A Community-Based Medical School for the 21st Century


Clinical Faculty Profile - Pete Benavidez, Blindness Support Services

By Staff |
Pete Benavidez

Pete Benavidez lost most of his vision to Retinitis Pigmentosa (RP) at the age of 23. But while losing his vision was a huge personal blow, it set him upon a path that has allowed him to touch the lives of thousands of visually impaired people throughout Inland Southern California.

Benavidez, who has led Blindness Support Services (BSS) since 1994, will be lecturing UCR School of Medicine students as part of the Careers in Medicine Program Special Lecture Series. The series brings guest speakers to discuss important topics for professional development, medicine, and community.

One area Benavidez will address is how medical students and physicians can become more culturally competent and learn the skills they need to interface with the blind and visually impaired community.

Benavidez graduated from UC Riverside in 1982 with a degree in sociology, becoming the first member of his family to earn a college degree. He lost his vision shortly thereafter, but it didn't stop him from working with the Riverside County Department of Mental Health.

However, in 1992, he was let go by the county and began volunteering with a newly-founded, Riverside-based non-profit organization called Blindness Support Services. After about a year of work, the founders became overwhelmed and announced they would be shutting down. Benavidez realized that if he didn't step up, BSS would cease to exist.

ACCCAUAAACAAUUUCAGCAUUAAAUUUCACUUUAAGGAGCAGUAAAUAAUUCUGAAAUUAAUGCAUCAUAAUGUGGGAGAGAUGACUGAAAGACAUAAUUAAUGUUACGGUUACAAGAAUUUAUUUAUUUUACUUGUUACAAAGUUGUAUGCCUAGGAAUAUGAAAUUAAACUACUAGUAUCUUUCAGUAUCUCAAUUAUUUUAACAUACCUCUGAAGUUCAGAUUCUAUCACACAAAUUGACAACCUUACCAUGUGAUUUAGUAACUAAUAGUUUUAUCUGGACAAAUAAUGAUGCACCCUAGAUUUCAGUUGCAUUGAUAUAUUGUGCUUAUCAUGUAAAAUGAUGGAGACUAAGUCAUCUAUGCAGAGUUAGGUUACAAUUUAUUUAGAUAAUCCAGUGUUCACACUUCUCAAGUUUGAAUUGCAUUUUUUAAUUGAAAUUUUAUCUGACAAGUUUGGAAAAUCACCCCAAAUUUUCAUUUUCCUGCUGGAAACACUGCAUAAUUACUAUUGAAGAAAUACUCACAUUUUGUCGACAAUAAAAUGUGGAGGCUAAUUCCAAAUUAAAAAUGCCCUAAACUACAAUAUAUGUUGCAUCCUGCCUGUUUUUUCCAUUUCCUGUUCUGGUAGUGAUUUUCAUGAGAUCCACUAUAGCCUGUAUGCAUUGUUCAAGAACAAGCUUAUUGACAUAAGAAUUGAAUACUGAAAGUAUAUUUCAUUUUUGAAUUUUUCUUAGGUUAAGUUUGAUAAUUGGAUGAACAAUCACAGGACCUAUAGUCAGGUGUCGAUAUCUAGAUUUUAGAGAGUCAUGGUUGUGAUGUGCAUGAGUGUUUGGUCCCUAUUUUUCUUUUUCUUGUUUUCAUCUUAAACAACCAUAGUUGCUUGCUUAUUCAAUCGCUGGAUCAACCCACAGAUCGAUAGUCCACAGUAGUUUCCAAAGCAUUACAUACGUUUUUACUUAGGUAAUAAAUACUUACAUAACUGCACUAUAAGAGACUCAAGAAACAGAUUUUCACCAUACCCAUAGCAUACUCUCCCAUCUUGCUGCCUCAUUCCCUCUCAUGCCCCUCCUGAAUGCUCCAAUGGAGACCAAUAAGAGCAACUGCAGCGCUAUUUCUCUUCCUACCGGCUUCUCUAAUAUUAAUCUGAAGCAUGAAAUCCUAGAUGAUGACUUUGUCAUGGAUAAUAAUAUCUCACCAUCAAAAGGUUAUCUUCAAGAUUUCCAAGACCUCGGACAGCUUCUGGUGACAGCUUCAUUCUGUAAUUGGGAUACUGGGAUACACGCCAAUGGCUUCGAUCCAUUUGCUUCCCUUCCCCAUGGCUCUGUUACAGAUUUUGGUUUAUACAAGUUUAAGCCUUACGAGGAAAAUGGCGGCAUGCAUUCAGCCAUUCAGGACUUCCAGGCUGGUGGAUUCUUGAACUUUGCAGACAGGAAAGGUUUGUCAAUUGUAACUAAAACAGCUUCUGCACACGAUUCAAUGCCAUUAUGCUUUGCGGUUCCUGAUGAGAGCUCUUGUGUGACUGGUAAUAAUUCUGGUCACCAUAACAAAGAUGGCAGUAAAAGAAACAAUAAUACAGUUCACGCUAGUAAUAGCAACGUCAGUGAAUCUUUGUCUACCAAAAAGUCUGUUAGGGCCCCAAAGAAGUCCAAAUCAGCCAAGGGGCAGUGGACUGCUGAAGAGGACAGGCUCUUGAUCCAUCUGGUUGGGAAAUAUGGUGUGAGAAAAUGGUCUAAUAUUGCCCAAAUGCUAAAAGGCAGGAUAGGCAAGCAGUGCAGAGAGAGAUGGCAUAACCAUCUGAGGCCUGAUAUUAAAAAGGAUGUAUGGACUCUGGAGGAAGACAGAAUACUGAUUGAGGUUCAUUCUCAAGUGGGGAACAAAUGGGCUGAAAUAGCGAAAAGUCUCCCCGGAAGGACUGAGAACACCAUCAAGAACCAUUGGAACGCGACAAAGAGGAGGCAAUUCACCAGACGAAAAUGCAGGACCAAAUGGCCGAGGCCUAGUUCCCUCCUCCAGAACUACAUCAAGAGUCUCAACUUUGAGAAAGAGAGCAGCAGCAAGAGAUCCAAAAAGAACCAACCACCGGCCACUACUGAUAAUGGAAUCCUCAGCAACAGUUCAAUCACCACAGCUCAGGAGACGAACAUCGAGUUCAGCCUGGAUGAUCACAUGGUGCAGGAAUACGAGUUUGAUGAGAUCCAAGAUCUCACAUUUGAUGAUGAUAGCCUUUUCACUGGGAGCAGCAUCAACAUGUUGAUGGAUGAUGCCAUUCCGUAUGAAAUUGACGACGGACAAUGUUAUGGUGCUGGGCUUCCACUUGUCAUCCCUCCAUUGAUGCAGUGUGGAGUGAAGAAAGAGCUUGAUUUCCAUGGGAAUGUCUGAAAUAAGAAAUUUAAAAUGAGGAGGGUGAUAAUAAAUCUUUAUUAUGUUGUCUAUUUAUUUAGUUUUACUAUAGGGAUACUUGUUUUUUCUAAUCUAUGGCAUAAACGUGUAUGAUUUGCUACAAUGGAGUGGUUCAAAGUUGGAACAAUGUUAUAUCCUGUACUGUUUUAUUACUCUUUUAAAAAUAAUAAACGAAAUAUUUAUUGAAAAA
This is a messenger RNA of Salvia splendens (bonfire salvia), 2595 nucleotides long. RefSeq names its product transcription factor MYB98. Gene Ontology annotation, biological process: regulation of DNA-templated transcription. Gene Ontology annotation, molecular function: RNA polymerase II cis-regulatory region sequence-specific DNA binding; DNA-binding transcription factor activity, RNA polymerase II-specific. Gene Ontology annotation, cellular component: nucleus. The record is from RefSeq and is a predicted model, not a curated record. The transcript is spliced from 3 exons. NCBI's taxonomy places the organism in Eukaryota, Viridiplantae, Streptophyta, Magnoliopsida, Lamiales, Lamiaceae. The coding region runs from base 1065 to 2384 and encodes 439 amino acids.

In 1994, Benavidez was elected president of the BSS board, fortified only with a total budget of $5,000 and the desire to help others who were faced with blindness or visual impairments. BSS became the only agency offering direct services to blind and visually impaired people in the Inland Empire.

There are about 600,000 people in California who are blind or visually impaired, with 96% having lost their vision due to eye disease. RP, which took Benavidez's vision, still has no cure. Experts predict that by 2030, rates of severe vision loss will double along as the country's population ages.

Benavidez quickly had to learn the best practices and methods of running a non-profit agency and how to help the blind and visually impaired reclaim their independence. He made contact with agencies across the region, learning what did and did not work.

Now, more than 20 years later, he is CEO and president, overseeing a staff of 19 people, a budget of just under $1.5 million dollars. Benavidez is a highly-sought expert on issues facing the blind and visually impaired, serving on a variety of committees, both locally and across the state.

Over the years, Benavidez has developed cost-effective, efficient methods of helping people with vision loss, focusing on evaluating and serving the other person, not just treating the disability. He has integrated technology into his programs, worked to find affordable housing and develop independent living skills facilities to train the blind and visually impaired to cook, clean and effectively run independent households.